• “La filosofía de la memoria poética” ("The Philosophy of Poetic Memory.") Alba de America 31.59 (2011): 274-86.

• “Gabriela Mistral, La extranjera: complejidad poética de su desarraigo y pertenencia” ("Gabriela Mistral, the Foreigner: Poetic Complexity of Her Rootlessness and Belonging") in Gabriela Mistral y los Estados Unidos (Gabriela Mistral and the United States), Gerardo Piña-Rosales et al., Eds. New York: North-American Academy of the Spanish Language, 2011.

• “Representantes de los movimientos literarios: en la poesía escrita en español en los Estados Unidos: Modernismo, Pre/Post/Neo y otros ismos.” ("Representatives of Literary Movements: The Poetry Written in Spanish in the United States: Modernism, Pre/Post/Neo and Other Isms.") Alba de América 30.57-58 (2011): 214-27.

• “Rubén Darío y Antonio Machado: dos poetas, dos continentes, tres poemas y un camino” ("Ruben Dario and Antonio Machado: Two Poets, Two Continents, Three Poems and a Road") in Fondo Documental de Prometeo: http://www.prometeodigital.org/FD_LISTATOTAL.htm

• “Rubén Darío y César Vallejo: unidos en un poema ‘El Retablo’.” ("Ruben Dario and Cesar Vallejo: United in a Poem 'The Manger'.") Revista Carátulahttp://www.caratula.net/archivo/N28-0209/Secciones/critica/luis%20ambroggio%20-%20vallejos%20y%20dario%20unidos.html[permanent dead link]

• “Esperanza en la piedra del silencio: la poesía de César Vallejo y Paul Celan.” ("Hope in Stone of Silence: The Poetry of Paul Celan and Cesar Vallejo.") Essay read at Hofstra University. Fondo Documental de Prometeo, 2008 http://www.infolizer.com/prom5et5eod4i7git1ala1or7g/Cesar-vallejo-y-paul-celan.html

• “Borges y Rubén Darío.” ("Borges and Ruben Dario.") Fondo Documental de Prometeo, 2007 http://www.infolizer.com/prom5et5eod4i7git1ala1or7g/Borges-y-dario.html

• “Convergencias y divergencias: Rubén Darío y Pablo Antonio Cuadra.” ("Convergence and Divergence: Ruben Dario and Pablo Antonio Cuadra.") Fondo Documental de Prometeo: http://www.prometeodigital.org/FD_LISTATOTAL.htm

• “Bilingüismo e identidad.” (Bilingualism and Identity). Key note speech read at Toronto’s City Hall, Canadá: http://revistadebate.ca/portal/index2.php?option=com_content&do_pdf=1&id=566

• “La poesía puertorriqueña.” (“Puerto Rican Poetry”), Enciclopedia del Español en los Estados Unidos. New York: Instituto Cervantes y Editorial Santillana, 2008. 672-77.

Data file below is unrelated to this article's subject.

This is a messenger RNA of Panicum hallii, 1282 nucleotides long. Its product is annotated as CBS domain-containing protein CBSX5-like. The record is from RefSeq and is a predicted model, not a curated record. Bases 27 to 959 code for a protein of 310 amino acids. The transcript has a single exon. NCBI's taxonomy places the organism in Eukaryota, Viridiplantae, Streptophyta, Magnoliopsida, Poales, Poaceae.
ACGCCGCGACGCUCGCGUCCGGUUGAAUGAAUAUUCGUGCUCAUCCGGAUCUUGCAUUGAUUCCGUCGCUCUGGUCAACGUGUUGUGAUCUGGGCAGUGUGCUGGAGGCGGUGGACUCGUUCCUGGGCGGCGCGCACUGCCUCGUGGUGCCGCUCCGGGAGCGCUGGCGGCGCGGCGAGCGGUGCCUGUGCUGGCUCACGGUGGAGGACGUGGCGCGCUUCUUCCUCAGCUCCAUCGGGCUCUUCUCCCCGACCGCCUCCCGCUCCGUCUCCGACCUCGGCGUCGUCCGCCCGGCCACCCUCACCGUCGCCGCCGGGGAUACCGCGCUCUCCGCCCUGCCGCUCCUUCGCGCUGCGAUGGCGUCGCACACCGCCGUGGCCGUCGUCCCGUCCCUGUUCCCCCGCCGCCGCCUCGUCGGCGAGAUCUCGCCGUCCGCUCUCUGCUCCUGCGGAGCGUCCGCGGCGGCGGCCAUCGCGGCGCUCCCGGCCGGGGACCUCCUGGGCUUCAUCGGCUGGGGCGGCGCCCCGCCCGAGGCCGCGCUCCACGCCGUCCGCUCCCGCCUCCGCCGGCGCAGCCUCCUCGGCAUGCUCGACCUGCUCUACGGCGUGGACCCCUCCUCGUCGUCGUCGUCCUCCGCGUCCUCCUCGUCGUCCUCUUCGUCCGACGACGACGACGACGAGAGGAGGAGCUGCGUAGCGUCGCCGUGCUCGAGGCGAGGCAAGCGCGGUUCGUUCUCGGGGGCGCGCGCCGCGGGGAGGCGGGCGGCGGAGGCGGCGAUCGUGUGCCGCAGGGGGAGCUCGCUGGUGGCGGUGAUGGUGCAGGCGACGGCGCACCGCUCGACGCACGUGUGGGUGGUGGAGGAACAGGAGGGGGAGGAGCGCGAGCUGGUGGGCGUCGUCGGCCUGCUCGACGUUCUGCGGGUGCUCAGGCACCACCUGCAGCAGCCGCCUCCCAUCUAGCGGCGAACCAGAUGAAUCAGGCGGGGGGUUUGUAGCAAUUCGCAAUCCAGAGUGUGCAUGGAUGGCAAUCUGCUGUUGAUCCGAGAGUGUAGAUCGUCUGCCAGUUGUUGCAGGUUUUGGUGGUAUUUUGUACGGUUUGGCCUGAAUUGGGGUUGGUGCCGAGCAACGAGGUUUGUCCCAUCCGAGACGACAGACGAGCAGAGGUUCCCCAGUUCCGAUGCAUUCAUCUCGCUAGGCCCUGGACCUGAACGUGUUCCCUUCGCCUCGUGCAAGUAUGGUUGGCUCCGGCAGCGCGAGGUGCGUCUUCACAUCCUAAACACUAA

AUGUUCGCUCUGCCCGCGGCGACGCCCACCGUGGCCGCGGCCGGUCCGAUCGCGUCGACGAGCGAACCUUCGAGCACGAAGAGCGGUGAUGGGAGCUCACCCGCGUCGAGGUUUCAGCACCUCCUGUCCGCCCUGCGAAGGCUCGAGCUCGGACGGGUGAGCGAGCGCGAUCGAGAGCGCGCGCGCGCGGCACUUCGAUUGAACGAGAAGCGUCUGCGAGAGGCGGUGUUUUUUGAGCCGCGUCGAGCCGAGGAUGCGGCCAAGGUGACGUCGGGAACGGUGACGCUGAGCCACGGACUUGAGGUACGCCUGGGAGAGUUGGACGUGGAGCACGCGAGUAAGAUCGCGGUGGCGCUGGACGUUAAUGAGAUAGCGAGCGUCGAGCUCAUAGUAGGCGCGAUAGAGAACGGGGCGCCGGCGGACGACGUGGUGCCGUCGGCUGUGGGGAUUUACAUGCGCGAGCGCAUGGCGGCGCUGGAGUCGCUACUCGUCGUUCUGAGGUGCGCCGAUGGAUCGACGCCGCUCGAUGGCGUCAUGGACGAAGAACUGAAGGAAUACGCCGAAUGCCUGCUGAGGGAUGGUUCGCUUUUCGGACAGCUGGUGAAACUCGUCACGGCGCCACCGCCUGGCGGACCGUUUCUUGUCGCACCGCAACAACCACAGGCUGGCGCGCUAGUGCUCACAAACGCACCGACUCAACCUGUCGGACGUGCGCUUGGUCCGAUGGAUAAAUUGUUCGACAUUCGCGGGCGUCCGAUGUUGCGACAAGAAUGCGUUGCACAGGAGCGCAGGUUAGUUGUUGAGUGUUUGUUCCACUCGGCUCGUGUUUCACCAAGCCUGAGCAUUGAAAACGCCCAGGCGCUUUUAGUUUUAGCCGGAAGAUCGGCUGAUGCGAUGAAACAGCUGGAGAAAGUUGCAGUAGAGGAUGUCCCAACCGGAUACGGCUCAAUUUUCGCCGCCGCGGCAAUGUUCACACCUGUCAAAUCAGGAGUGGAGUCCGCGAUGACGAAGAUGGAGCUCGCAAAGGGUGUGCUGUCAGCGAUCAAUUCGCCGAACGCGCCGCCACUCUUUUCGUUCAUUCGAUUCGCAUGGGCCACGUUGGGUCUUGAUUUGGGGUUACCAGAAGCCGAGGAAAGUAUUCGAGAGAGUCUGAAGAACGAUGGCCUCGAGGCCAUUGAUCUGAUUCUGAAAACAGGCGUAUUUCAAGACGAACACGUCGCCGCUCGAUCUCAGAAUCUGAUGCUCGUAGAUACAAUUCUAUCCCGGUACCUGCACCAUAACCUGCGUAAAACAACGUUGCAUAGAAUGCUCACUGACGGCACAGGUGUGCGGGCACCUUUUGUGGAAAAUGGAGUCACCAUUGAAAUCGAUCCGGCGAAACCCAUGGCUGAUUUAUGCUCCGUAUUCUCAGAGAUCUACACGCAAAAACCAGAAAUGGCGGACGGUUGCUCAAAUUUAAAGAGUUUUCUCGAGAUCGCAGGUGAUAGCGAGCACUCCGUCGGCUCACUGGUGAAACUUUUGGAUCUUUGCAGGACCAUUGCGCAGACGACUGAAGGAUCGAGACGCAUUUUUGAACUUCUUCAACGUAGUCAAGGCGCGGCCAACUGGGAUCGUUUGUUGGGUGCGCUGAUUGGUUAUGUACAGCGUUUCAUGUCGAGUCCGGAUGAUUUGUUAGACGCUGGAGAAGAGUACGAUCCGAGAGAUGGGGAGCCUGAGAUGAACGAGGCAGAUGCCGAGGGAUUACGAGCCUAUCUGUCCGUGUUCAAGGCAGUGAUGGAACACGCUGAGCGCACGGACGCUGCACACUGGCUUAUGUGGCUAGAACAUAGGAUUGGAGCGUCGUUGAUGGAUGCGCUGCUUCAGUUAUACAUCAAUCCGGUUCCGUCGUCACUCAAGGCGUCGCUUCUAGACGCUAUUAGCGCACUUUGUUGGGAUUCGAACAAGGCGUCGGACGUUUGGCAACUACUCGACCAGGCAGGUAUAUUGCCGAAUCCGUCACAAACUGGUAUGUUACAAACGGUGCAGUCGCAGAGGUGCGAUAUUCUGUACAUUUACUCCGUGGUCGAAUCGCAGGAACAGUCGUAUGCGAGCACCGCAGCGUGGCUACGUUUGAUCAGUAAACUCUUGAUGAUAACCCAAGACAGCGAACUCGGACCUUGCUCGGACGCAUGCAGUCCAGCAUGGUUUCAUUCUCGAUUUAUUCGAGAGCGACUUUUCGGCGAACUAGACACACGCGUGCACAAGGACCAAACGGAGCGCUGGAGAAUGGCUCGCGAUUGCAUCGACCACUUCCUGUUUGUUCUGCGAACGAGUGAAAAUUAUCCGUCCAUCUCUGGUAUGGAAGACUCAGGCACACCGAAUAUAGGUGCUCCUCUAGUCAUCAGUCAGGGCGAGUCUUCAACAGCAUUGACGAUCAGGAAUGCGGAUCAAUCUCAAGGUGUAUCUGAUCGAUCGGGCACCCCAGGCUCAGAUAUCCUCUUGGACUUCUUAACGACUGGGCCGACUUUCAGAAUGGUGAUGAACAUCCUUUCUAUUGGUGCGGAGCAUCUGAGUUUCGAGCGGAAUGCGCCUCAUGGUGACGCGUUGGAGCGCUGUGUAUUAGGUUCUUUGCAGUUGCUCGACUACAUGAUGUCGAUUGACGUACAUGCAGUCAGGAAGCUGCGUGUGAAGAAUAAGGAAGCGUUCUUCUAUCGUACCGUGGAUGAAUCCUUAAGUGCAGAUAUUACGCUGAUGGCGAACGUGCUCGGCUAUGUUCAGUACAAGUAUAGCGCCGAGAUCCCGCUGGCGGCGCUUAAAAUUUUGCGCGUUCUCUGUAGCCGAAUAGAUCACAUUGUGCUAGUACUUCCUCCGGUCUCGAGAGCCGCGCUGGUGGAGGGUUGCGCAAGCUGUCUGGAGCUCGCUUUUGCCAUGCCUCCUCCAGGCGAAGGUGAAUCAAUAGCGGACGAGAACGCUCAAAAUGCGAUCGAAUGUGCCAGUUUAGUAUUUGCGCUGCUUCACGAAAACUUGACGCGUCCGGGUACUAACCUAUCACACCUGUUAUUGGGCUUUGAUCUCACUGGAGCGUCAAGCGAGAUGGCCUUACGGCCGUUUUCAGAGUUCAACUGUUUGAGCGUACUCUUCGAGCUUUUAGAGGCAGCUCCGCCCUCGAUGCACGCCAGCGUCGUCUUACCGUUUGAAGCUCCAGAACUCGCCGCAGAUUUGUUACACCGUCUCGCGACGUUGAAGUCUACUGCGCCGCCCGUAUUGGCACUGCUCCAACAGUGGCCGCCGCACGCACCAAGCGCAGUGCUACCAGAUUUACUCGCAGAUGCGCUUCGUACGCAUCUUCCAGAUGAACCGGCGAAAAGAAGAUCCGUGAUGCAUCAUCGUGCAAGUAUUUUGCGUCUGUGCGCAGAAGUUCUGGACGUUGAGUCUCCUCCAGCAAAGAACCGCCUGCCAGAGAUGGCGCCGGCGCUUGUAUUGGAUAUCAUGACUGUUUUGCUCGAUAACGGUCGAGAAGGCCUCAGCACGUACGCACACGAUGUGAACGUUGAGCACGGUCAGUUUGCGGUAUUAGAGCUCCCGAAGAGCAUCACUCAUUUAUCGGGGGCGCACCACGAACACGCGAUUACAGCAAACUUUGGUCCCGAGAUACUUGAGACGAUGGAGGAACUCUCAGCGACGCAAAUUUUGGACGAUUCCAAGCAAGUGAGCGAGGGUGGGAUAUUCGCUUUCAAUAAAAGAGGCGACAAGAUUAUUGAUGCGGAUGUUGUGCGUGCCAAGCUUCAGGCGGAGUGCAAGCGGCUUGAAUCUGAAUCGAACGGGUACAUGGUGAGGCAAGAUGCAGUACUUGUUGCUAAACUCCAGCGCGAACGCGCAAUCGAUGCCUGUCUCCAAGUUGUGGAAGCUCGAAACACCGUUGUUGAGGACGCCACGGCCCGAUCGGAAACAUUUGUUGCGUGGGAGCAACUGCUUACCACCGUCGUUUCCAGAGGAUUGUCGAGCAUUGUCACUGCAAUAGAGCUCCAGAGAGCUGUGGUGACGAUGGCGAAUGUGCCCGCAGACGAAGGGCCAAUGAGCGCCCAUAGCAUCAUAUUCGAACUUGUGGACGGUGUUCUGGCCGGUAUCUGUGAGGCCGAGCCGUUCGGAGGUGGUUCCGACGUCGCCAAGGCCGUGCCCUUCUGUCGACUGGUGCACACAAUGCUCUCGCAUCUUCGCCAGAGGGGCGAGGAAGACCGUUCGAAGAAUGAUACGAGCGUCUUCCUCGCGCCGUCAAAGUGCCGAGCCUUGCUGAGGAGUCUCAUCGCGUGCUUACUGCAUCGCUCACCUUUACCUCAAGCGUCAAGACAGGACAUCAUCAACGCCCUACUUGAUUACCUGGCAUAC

• “El teatro puertorriqueño.” (“Puerto Rican Theater”), Enciclopedia del Español en los Estados Unidos. New York: Instituto Cervantes y Editorial Santillana, 2008. 738-42.

• “La poesía de Estados Unidos en español.” ‘’Hispanos en los Estados Unidos: Tercer pilar de la Hispanidad’’. ("Spanish Poetry in the United States" Hispanics in the United States: Third Pillar of the Hispanic World). Gerardo Piña-Rosales et al., eds. Nueva York: Teachers College, Columbia University, 2004. 197-213. http://www.ildialogo.org/poesia/islanegra128especialeupoen.pdf

• “The Latin American Man and his Revolution.” Conscientization for Liberation. Louis Colonnese, ed. Washington, DC: Division for Latin America United States Catholic Conference Washington, DC. 1971. pp. 3–22.

Style[edit]

Ambroggio writes several poems and in various genres at the same time: poetry, essays, stories that he keeps in notebooks. In some of his poems he reflects different stages of his life: agnostic, socially committed, loving, a period of exile. In If Dawn Comes: War Songs (Por si amanece: cantos de Guerra) he interprets the theme of violence in war while at the same time emphasizing the culture of peace. In Poems of Loving and Living (Poemas de amor y vida) he incorporates what he calls "a multifaceted love" of son, father, husband. Amateur aviator in Air Man (Hombre del Aire), from an airplane, he meditates on the volatility and the contradictions of existence.[3] The theory of Exiled Poems (Poemas desterrados) is that "we are all exiles, we all come from a lost paradise." However, in almost all of his books, his word strays from the central issues and generates unexpected adventures, as seen in The Wind’s Archaeology (La arqueología del viento) or Ode in and of Myself (Oda ensimismada): "If I give myself to the sky / and its score of stars /I do not need weight / I will be part of a growing place/ to the light of my dreams. / I will have weighted my abyss / and the extent of my summit "(50). His quest for knowledge has been so relentless that his poetry moves between the perplexities and certainties of life with great expressive control and outstanding beauty (Introduction to El exilio y la palabra/ Exile and the Word).

Critical reception[edit]

According to Gerardo Piña-Rosales, Director of the North-American Academy of the Spanish Language, "in the poetry of Luis Alberto Ambroggio sometimes we hear the mournful voice of César Vallejo, the cryptic voice of Jorge Luis Borges, the tormented voice of Luis Cernuda, the loving voice of Pedro Salinas, the manly voice of José Hierro, the muted voice of Rilke, the ventriloquist voice of Fernando Pessoa".[4] For Poet Laureate Robert Pinsky “the essential quality of Luis Alberto Ambroggio's poetry is immediacy: the vividness of images that feel unmediated, though we know they are, profoundly, the products of art. Here is a philosophical mind that insists always on the unfathomable primacy of encounter”.[5]